Nickle-and-Dimed to Death | Hawaii visitors in shock
No matter how much money they may have, visitors don’t like the feeling of being nickeled to death. If we hadn’t heard those exact words used countless times in your comments, it might not have grabbed our attention like it just did. Here are some examples. Let us know which comment you agree with the most.
Lori: I’d rather pay one tax than be nickel and dime at every park, beach, and attraction.
Steve: It seems that rather than welcoming tourists, the goal is to sell them one hundred percent on whatever is possible. With each trip I find more things that get charged for, and while some are worth it, many are just a way for the state to make money, with little money spent on improving the park or area.
Lynn: The budget determines where people can go and where they go. This can waste money in Hawaii for visitors who choose not to go to a place where they will be nickel and dimmed for everything on vacation.
Andy: The airlines keep selling nickel and silver to the traveler and they’re oblivious to the fact that they’re notoriously hated.
Rita: As a frequent visitor…we already pay higher taxes for residing in Hawaiian hotels/resorts…It looks like visitors may be nickel and dimmed to death and unappreciated…Unless the government’s objective Hawaiian either to keep visitors away.
Barbara: I’d be happy to pay an “entry fee” rather than being nickel and dime every day when I want to visit a beach. I completely understand this concept of visitors helping to keep Kauai going, but please don’t hit me on the head any day I’m here!
Jim: It doesn’t matter how rich you are. Nobody likes to be nickel and dime.
Jen: We’ve loved going to Hawaii for years. But the taxes and fees get to the point of being ridiculous. I feel like Hawaii is making it clear that tourism is not wanted. We usually spend a lot of money there. We don’t go cheap, but we want to spend our money where we can go and know we won’t be nickel and dimmed.
Tony: What I think Kauai should try to avoid is being like Disneyland’s slot machine where every time you turn around you spend more money and you feel polished and faded to death… Where is the money going?
Tana: These islands seem like they’re getting stale and dwindling tourists and it’s getting really old and boring. Hawaii is expensive to go and stay, real people have to save and work more to go there, all these costs will add to the difficulties of going there.
Nickle-and-diming sounds like the antithesis of aloha.
It’s not just how much you charge, but the perceived value of the product offered and the visitors who are the consumers. At all levels, Hawaii has clearly missed the mark in this area.
Hotel Rates and Resort Fees: How Does the Average Rate of $1,600/Night Fare?
In the last month reported by the state (see report below), Wailea hotels topped the average billing rates at $1,136 per night. Excluding taxes and fees, including resort fees. In total, that’s about $1,600/night on average.
Lodging taxes: the highest in the country.
Lodging taxes added to hotels and vacation rentals have increased by 3% over the past year. The Hawaii Legislature initiated these increases via HB 862. This measure took effect from last October. As a result, the state now has the highest combined lodging tax in the United States.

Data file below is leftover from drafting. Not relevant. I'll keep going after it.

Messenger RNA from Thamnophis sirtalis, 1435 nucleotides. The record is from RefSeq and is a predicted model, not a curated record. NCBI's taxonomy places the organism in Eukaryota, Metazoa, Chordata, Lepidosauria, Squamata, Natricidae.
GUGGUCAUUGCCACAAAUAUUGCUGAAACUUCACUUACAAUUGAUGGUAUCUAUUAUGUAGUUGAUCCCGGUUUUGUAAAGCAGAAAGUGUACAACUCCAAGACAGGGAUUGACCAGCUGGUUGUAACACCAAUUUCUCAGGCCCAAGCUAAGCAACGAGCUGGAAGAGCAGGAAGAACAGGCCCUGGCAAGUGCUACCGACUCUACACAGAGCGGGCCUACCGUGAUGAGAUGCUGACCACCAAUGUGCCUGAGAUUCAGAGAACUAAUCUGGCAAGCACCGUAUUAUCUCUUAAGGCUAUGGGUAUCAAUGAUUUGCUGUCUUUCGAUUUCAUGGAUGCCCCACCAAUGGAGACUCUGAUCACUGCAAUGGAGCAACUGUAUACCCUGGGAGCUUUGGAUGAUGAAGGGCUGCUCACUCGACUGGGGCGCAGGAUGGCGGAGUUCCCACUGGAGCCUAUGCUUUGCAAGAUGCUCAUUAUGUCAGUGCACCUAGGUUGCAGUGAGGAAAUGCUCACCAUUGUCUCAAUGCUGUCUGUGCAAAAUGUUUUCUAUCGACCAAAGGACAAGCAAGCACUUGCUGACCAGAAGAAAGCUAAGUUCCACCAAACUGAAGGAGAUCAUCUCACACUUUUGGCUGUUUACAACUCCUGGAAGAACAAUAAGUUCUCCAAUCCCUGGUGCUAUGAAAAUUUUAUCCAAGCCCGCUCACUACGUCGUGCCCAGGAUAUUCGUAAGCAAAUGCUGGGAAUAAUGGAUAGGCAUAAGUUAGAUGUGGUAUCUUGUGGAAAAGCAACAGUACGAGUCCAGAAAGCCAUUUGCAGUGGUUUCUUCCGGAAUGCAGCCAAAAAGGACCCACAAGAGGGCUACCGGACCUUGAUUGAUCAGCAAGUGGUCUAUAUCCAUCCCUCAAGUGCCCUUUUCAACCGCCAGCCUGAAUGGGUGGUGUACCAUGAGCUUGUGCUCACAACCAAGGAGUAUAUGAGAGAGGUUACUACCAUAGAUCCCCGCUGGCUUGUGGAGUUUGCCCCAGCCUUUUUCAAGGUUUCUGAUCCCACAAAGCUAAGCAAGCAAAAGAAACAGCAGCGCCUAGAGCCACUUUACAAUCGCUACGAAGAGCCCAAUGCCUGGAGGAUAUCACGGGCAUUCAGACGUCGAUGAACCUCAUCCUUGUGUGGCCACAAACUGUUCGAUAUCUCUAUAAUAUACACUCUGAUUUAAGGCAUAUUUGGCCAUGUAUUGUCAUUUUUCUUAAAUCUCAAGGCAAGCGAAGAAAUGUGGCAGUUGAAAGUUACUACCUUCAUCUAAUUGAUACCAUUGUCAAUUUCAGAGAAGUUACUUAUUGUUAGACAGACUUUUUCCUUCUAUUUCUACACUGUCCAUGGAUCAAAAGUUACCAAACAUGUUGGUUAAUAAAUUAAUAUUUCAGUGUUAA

The state legislature approved lodging taxes. Previously, counties received an allotment of the flat 10.25% statewide lodging tax rate, but that has ended. Instead, each county had to add its own 3% surtax to this existing statewide tax. These taxes are in addition to an additional 4.17% GST in Maui and 4.712% GST elsewhere in Hawaii. The combined hotel and vacation rental tax is approximately 18%.
It should be noted that Hawaii residents and visitors pay the exact same lodging taxes.
Hawaii beach parking fees.
We recently reported that Maui has implemented a paid beach parking system for visitors with rates up to $30. The other islands also have similar plans in the works. It is therefore not a question of if but of when and how much.
Hawaii State Park Visitor Admission Fee.
Of the 50 Hawaiian parks in Hawaii, 10 already have visitor admission and parking fees (these are typically $5 per person and $10 per vehicle). This includes Hanauma State Park, where the admission price has been increased to $25/person. Hawaii residents are exempt. Visitor admission fees will also come to all state parks. We do not yet know when they will arrive in the other 40 parks, how they will be managed and what the fees will be.
Airlines and airline fees.
With the exception of most competitive routes, airfares from Hawaii are getting higher and higher. Competition is changing and on most continental routes it is now reduced. This became evident when flights from Southwest Hawaii were halted on 10 routes. Airfares are also picking up again, and we recently got stuck with huge airline change fees, as we reported.
Can you avoid being nickel-and-dimed in Hawaii?
One of the differences is that tourists are asked to pay exorbitant rates for everything, as well as various additional fees that residents do not pay. While this is true in other countries, it’s much less common in US interstate travel. However, as we have pointed out, everyone, including residents, pays accommodation taxes.
Where do the Hawaii taxes and fees go?
As you pointed out, Hawaii wasted most of its taxes in perpetuity. So we end up with ridiculously high fares and a largely third world tourist infrastructure. But sometimes we see changes when admission fees are added. Diamond Head is a good example. Before the fee, peddlers were rampant, tunnels and bunkers were unlit, and the trail needed work. This has all been corrected and a staircase has been added near the top to create an alternate route for visitors.